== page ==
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An Active and a Passive Creator

To humans looking out on the world it seemed an amazing feat that an individual was capable of creating the universe. This could be one reason why so many myths had at least two creators. One was usually more passive than the other. The passive creator was often there at the beginning, telling the other creator what to do and then fading into the background. Sometimes the reasoning behind this is that the passive god would have to change its shape to accomplish the role of the active creator.

According to Greek mythology Zeus called his sons, Prometheus and Epimetheus, to him and instructed them to make animals and men on earth. He gave them a box of gifts to give to their creations. They followed his instructions, thus becoming the active creators. Zeus, who had no direct role in the shaping of humans or animals, was the passive creator.

The Aborigine myth had two creators. The Father of All Spirits was the only one awake in the beginning. He woke the Sun Mother and told her to go, wake the spirits and give them forms. She followed his instructions and each time she thought she was done he came back and told her to do more. Finally her work pleased him and her task was finished until she was forced to return to fix the damage her creatures had caused. The Sun Mother is the active creator and the Father of All Spirits plays an important yet inactive role. He is therefore the passive creator.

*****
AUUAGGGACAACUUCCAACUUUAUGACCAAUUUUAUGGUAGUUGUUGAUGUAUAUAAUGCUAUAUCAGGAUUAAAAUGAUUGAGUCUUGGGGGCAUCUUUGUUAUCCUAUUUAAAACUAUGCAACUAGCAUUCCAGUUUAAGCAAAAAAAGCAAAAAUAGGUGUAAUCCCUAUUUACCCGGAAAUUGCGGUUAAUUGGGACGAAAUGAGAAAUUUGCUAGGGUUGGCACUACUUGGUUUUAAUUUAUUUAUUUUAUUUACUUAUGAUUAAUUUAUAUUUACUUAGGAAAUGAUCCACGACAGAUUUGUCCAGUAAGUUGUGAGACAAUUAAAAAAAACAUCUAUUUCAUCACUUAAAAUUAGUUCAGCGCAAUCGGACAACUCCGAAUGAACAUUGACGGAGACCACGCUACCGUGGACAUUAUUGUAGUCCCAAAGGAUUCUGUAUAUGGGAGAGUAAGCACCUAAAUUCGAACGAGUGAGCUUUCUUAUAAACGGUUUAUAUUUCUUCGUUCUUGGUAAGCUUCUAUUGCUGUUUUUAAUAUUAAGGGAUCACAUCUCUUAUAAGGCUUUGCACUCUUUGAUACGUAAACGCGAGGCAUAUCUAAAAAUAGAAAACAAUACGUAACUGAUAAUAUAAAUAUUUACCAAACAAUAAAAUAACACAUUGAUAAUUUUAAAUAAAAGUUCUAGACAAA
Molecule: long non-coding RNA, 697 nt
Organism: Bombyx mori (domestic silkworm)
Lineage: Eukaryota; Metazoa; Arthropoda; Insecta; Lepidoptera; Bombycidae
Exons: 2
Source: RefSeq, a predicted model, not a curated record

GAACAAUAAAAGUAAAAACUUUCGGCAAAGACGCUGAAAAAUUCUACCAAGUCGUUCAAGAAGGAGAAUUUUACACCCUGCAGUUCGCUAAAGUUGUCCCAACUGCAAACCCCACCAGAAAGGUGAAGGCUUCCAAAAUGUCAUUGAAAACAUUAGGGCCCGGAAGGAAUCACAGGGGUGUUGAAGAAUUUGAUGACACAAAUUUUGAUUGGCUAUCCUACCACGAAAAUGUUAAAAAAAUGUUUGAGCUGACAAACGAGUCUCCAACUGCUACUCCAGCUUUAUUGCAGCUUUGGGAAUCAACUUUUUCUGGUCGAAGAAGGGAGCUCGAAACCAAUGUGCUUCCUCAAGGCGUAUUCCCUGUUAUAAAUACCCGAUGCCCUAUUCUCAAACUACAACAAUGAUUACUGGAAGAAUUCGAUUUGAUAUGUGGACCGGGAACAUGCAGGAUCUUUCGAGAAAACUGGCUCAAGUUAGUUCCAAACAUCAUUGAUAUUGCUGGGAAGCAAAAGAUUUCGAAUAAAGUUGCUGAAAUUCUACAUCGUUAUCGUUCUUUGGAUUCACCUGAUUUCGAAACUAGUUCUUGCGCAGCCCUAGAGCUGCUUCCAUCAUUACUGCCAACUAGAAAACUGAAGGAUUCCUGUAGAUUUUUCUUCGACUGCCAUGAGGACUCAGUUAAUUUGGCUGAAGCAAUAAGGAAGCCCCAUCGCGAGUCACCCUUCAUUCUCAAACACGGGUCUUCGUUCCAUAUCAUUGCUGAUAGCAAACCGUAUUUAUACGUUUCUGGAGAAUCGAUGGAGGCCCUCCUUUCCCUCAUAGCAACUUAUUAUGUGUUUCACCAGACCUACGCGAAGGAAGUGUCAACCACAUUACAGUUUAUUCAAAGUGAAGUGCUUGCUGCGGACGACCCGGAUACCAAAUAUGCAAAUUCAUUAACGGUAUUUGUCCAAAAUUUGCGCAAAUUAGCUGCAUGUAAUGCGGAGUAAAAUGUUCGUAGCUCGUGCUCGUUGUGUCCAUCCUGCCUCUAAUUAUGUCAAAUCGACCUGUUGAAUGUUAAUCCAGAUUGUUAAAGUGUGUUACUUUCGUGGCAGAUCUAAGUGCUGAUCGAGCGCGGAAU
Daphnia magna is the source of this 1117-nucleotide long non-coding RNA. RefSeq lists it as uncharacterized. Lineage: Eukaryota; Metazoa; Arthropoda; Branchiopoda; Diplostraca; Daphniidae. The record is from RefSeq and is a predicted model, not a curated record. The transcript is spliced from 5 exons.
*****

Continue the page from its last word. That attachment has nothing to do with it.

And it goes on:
In the Japanese myth one god created all the other gods. Two of the gods he created were Izanagi and Izanami. They created Japan, which is the only land mentioned in the myth. The god that created the other gods could be considered a passive creator because he was necessary to the work, but didn't have an actual role in creating earth. His creations were the active gods.

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